Central Bank highlights weaknesses in Virtual Asset Service Providers’ AML/CFT FrameworksJuly 2022
On 11th July 2022, the Central Bank issued a bulletin
to VASPs outlining its regulatory expectations and highlighting recurring weaknesses it has observed in VASP registration applications to date and their Anti-Money Laundering and Countering the Financing of Terrorism (‘AML/CFT’) Frameworks.
In the vast majority of applications, the Central Bank noted a lack of understanding and compliance with key AML/CFT obligations, in addition to significant control weaknesses, thereby increasing the risk of criminals using their products or services to launder money or finance terrorism.
What are VASPs?
The Criminal Justice (Money Laundering and Terrorist Financing) Act 2010 (‘CJA 2010’) was amended by The Criminal Justice (Money Laundering and Terrorist Financing) (Amendment) Act 2021 (‘CJA 2021’) to transpose elements of the Fifth Anti-Money Laundering Directive into Irish law.
Under the CJA 2021, A VASP is defined as a person who, by way of business, carries out one or more of the following activities for, or on behalf of, another person:
- exchange between virtual assets and fiat currencies;
- exchange between one or more forms of virtual assets;
- transfer of virtual assets, that is to say, conduct a transaction on behalf of another person that moves a virtual asset from one virtual asset address or account to another;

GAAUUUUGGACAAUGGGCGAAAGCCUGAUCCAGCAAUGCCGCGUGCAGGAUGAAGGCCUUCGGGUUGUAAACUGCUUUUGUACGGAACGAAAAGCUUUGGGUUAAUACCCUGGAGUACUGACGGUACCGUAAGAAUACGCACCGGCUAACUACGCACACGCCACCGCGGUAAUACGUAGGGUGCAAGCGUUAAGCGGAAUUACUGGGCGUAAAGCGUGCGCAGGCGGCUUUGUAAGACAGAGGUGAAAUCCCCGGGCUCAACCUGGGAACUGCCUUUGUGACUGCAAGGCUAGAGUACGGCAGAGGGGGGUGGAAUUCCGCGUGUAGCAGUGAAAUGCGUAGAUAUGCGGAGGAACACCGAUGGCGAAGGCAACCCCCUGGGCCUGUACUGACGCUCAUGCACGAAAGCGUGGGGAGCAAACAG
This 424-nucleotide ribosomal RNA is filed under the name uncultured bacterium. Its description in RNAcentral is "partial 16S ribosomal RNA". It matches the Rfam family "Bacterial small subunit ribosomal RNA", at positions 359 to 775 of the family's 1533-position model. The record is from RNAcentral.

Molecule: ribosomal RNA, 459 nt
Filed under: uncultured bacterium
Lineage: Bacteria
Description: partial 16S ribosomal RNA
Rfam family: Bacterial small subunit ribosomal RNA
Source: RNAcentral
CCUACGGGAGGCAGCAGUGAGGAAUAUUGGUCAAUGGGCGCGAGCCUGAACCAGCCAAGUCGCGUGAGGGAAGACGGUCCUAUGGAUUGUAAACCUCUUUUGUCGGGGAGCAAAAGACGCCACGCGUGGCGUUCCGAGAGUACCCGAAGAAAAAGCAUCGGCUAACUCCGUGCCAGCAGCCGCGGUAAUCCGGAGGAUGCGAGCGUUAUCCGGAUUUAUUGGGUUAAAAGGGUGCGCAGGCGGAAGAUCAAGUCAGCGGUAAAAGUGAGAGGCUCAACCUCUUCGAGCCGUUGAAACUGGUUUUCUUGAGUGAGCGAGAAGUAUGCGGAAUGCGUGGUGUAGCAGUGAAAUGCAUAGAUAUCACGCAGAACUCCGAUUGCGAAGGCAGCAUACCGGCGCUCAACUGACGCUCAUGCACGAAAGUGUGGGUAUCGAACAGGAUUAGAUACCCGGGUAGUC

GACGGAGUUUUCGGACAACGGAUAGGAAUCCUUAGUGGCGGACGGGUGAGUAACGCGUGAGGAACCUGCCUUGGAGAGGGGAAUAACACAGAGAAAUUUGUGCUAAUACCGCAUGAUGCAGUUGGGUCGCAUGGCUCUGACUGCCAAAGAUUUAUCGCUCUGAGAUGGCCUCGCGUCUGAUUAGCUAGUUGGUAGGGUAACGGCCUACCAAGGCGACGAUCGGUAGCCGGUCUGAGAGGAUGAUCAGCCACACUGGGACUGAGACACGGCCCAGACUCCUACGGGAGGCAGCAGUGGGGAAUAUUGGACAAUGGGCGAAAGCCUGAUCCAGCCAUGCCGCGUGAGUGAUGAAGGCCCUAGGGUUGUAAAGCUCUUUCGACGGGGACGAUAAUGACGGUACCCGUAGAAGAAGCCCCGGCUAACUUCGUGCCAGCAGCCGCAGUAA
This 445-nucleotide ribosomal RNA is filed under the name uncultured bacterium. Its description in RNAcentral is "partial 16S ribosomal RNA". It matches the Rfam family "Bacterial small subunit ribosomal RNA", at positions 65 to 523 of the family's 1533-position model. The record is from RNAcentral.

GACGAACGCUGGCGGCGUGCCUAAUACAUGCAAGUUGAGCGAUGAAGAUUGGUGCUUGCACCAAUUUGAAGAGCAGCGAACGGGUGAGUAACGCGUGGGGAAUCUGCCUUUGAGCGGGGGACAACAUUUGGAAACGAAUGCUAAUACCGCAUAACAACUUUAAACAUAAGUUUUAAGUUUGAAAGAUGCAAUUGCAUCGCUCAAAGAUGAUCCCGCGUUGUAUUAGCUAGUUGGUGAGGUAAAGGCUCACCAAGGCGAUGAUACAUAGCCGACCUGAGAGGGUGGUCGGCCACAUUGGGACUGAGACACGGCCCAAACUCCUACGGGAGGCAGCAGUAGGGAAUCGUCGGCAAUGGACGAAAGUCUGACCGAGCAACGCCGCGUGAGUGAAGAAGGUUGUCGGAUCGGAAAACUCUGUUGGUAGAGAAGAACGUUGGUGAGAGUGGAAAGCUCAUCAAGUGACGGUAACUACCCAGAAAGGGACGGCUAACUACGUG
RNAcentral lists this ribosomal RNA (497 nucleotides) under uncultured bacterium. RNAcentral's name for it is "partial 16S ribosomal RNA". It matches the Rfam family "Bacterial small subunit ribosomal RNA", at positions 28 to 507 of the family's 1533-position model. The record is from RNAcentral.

- custodian wallet provider;
- participation in, and provision of, financial services related to an issuer’s offer or sale of a virtual asset or both.
A virtual asset is defined by the CJA 2021 as a "digital representation of value that can be digitally traded or transferred and can be used for payment or investment purposes but does not include digital representations of fiat currencies, securities or other financial assets". Some of most commonly known virtual assets such as Bitcoin, Ethereum and NFTs (non-fungible-tokens) fall within this definition.
Central Bank Requirements
Since 23rd April 2021, a person, or business, providing any of these the services outlined above is considered a VASP and are therefore a “designated person” under the CJA 2010. As such, they are required to comply with the AML/CFT obligations contained under Part 4 of the CJA 2010 as amended.
VASPs are also subject to the following requirements: